Ice darkening could have had big implications for climate researchers. Just like black asphalt absorbs radiation from the sun, resulting in a warmer surface temperature, the darkening of the ice sheet could warm the surface temperature around the snow, increasing snowmelt. This could result a shrinking Greenland ice sheet and have implications on sea level rise.

The combination of a well-understood sensor, high-quality analysis of the satellite data, and coordinated measurements at the surface led to the conclusion that a sensor artifact, a change to an image from defects or degradation of optics, was the culprit this time.

Satellites, like many scientific instruments, need to be calibrated to be able to maintain accuracy. If you’ve ever stepped on a scale and gotten a number that was far too high or too low to be accurate, you’ve been a witness to the degradation of an instrument. Scales can be fixed easily by taring, or resetting the instrument to zero when nothing is being weighed.

Fixing satellite sensor degradation, isn’t quite as easy, but is common practice. The complexity of an instrument like MODIS makes the calibration process much more difficult. Often, there are small instrument effects that are not obvious until many years of data from multiple applications indicate an issue. The dark ice example is one such case.

The vigilance of the MODIS scientists and those working with the instrument calibration led to five previous reprocessings with the sixth currently underway.. Each time the data is reprocessed, degradation of the instruments are taken into account and the data is calibrated based on data collected from other sensors on other satellites as well as from data collected on Earth. MODIS is on-board both Terra and Aqua, when data from these sensors don’t match up the data can be corrected based on data gathered on Earth.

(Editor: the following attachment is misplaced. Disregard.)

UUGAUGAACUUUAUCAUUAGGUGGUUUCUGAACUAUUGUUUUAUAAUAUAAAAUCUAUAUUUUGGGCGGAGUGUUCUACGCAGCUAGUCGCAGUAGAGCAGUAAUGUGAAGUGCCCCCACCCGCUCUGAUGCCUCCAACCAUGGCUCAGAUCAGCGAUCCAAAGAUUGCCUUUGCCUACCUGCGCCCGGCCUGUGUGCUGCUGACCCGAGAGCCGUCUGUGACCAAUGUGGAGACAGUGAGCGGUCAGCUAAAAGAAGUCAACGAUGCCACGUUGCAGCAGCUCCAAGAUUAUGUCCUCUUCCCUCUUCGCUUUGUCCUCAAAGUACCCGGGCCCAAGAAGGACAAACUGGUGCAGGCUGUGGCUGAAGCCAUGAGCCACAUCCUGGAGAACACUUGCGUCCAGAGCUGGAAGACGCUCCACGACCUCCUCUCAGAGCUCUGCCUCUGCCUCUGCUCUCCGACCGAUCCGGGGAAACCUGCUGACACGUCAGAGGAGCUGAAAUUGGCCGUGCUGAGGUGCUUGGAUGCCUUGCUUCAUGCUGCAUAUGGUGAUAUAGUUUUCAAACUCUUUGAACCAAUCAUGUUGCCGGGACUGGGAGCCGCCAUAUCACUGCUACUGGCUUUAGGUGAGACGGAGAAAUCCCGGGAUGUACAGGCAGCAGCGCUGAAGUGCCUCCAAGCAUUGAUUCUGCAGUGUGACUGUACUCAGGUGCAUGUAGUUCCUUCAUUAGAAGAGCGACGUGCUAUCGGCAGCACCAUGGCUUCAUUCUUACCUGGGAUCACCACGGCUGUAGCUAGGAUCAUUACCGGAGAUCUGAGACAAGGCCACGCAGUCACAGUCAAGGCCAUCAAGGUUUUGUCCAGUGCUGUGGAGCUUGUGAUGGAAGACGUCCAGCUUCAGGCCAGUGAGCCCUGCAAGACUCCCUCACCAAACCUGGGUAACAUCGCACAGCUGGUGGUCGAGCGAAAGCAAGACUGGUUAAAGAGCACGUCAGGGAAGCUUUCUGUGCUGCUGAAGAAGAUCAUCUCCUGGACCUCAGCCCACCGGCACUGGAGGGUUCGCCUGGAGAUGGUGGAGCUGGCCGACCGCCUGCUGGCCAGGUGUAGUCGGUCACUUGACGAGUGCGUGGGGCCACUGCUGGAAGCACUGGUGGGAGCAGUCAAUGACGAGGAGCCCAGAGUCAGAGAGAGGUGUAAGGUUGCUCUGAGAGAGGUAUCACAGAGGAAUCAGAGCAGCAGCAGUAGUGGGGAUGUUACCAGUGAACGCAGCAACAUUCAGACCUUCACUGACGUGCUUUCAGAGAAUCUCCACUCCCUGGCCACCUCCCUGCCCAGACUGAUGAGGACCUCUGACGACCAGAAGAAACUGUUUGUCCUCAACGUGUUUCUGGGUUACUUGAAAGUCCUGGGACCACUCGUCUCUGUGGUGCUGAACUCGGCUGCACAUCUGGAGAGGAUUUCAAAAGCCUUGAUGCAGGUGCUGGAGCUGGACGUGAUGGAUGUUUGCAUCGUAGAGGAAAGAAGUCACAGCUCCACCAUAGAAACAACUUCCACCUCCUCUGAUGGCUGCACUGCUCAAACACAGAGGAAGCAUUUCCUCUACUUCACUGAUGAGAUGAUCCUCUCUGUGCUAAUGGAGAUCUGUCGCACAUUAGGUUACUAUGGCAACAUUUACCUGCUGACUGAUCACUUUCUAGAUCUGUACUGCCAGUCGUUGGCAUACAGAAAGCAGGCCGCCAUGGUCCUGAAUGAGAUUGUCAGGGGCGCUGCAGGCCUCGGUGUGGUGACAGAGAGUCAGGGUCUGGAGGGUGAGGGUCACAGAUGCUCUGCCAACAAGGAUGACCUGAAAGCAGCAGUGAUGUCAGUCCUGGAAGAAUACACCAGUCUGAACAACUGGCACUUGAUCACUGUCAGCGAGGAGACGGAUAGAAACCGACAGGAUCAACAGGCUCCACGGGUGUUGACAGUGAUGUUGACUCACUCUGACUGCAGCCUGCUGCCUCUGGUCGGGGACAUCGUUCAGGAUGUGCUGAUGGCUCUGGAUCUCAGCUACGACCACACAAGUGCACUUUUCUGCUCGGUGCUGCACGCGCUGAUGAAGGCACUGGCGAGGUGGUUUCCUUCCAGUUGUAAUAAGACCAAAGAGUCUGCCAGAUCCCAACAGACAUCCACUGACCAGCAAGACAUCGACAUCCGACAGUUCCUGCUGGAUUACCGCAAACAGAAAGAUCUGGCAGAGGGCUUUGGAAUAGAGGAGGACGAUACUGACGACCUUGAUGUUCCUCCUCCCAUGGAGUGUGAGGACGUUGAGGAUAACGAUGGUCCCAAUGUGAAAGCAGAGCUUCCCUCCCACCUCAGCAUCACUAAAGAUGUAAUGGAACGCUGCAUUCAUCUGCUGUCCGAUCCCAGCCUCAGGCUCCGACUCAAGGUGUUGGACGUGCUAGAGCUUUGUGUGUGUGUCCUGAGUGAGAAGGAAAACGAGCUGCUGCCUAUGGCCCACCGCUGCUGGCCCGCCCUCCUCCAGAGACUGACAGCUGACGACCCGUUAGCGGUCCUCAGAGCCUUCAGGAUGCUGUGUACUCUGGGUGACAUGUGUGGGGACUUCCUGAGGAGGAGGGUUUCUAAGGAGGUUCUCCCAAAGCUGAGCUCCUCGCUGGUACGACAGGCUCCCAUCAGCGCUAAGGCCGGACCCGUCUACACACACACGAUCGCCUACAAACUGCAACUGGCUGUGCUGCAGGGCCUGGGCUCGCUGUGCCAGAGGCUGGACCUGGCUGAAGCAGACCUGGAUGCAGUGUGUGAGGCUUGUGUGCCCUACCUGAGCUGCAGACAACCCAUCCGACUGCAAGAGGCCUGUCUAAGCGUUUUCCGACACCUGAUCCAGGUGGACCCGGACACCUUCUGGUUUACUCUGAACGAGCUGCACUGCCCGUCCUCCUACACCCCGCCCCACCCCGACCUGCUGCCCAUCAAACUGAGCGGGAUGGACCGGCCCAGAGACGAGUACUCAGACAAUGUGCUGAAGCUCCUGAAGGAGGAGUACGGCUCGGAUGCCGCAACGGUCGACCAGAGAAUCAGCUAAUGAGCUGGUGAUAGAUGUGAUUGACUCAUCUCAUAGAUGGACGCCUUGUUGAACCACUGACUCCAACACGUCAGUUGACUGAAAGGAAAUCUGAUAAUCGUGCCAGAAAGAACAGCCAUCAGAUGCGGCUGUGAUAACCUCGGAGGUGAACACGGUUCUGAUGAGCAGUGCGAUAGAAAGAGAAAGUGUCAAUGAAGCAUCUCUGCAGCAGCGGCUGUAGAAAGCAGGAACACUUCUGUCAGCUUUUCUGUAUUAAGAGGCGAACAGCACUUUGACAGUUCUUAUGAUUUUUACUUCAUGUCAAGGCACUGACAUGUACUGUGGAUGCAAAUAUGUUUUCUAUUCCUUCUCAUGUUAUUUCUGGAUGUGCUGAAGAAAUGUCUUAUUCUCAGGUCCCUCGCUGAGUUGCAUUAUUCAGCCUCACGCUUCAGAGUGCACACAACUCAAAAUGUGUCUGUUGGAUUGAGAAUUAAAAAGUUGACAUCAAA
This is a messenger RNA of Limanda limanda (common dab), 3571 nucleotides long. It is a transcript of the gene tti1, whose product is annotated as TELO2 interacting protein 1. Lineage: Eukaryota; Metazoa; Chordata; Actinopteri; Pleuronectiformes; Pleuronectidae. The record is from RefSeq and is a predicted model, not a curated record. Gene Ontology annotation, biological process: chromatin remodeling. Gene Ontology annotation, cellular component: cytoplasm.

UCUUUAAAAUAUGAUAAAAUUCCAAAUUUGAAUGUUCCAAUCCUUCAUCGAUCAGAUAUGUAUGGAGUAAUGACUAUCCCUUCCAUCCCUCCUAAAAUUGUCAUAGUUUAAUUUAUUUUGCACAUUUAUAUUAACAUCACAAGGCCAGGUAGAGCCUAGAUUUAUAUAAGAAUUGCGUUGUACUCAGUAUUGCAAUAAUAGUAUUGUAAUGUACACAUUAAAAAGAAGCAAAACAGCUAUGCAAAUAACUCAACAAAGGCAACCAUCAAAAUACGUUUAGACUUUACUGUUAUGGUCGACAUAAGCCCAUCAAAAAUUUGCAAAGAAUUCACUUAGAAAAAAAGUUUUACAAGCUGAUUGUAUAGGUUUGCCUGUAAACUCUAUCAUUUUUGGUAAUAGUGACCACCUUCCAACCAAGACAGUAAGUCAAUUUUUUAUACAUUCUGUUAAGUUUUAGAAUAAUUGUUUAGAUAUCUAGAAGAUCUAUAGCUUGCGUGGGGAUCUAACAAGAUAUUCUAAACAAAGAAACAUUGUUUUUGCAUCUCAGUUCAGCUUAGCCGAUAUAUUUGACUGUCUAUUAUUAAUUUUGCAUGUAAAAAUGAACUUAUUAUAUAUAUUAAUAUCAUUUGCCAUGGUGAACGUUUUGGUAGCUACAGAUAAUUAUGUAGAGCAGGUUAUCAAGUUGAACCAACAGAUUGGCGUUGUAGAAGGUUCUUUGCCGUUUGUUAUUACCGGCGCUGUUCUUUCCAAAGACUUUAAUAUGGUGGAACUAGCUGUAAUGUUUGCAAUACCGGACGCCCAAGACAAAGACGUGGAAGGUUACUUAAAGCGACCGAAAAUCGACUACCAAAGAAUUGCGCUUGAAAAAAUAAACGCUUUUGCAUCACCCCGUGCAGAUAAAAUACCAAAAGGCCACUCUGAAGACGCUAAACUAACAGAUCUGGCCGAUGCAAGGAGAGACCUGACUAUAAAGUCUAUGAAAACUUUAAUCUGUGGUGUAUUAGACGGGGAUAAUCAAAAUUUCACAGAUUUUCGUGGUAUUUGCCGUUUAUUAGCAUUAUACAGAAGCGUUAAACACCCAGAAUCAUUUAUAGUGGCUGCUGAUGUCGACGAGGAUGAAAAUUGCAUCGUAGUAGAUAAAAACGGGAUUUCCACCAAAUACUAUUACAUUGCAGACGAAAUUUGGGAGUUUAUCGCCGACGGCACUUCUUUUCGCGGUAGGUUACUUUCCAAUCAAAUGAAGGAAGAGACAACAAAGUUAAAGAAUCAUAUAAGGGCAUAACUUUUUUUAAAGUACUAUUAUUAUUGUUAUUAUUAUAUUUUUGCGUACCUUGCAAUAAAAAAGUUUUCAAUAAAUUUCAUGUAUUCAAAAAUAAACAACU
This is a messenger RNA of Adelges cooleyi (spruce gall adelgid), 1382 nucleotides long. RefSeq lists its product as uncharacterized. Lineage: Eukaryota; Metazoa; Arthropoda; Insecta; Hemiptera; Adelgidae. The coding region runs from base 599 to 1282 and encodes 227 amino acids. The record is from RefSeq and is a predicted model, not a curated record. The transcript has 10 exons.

While it may be easy to assume that an aging instrument may be less accurate, in reality the longer the data record that it collects, the more accurate the data can be through reprocessing. Just think, if Terra had only lasted it’s six year design life, instead of going on 16, this error in the data may never have been caught and accounted for in newer data collections.

Thus, while the dark ice example could be considered by some as an indication of a flaw in how satellite data are used, it is, in reality, a success story for how a community of scientists working with groups like the MODIS Characterization and Support Team are striving to get to the right answer.


Sun, J., X. Xiong, A. Angal, H. Chen, A. Wu, and X. Geng, (2014) Time-Dependent Response Versus Scan Angle for MODIS Reflective Solar Bands,IEEE Transactions on Geoscience and Remote Sensing, 52 (6), 3159-3174.

Polashenski, C. M., J. E. Dibb, M. G. Flanner, J. Y. Chen, Z. R. Courville, A. M. Lai, J. J. Schauer, M. M. Shafer, and M. Bergin (2015), Neither dust nor black carbon causing apparent albedo decline in Greenland’s dry snow zone: Implications for MODIS C5 surface reflectance, Geophysical Research Letters, 42.

Atmospheric science: Arctic snow is not becoming dirtier. (2015, 29 October). Nature Research Highlights, Accessed November 25, 2015.